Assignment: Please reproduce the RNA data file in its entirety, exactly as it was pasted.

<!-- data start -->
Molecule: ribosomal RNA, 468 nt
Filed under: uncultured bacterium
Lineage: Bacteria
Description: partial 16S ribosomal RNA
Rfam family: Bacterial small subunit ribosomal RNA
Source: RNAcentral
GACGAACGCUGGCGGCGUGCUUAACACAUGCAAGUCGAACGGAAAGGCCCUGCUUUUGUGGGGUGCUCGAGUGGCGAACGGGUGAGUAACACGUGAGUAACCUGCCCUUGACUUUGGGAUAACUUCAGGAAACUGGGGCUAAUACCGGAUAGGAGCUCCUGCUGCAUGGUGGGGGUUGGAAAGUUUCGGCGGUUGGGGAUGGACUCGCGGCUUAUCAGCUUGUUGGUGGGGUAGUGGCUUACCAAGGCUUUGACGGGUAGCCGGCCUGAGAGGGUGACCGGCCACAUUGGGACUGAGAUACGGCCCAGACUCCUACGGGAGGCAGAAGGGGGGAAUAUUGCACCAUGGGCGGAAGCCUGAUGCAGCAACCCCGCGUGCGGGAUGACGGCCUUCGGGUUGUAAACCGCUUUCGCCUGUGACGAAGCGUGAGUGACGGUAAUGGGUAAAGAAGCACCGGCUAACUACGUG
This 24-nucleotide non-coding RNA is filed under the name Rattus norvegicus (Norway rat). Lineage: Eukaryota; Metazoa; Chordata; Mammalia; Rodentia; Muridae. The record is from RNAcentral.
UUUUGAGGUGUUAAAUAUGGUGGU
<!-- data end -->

Molecule: ribosomal RNA, 468 nt
Filed under: uncultured bacterium
Lineage: Bacteria
Description: partial 16S ribosomal RNA
Rfam family: Bacterial small subunit ribosomal RNA
Source: RNAcentral
GACGAACGCUGGCGGCGUGCUUAACACAUGCAAGUCGAACGGAAAGGCCCUGCUUUUGUGGGGUGCUCGAGUGGCGAACGGGUGAGUAACACGUGAGUAACCUGCCCUUGACUUUGGGAUAACUUCAGGAAACUGGGGCUAAUACCGGAUAGGAGCUCCUGCUGCAUGGUGGGGGUUGGAAAGUUUCGGCGGUUGGGGAUGGACUCGCGGCUUAUCAGCUUGUUGGUGGGGUAGUGGCUUACCAAGGCUUUGACGGGUAGCCGGCCUGAGAGGGUGACCGGCCACAUUGGGACUGAGAUACGGCCCAGACUCCUACGGGAGGCAGAAGGGGGGAAUAUUGCACCAUGGGCGGAAGCCUGAUGCAGCAACCCCGCGUGCGGGAUGACGGCCUUCGGGUUGUAAACCGCUUUCGCCUGUGACGAAGCGUGAGUGACGGUAAUGGGUAAAGAAGCACCGGCUAACUACGUG
This 24-nucleotide non-coding RNA is filed under the name Rattus norvegicus (Norway rat). Lineage: Eukaryota; Metazoa; Chordata; Mammalia; Rodentia; Muridae. The record is from RNAcentral.
UUUUGAGGUGUUAAAUAUGGUGGU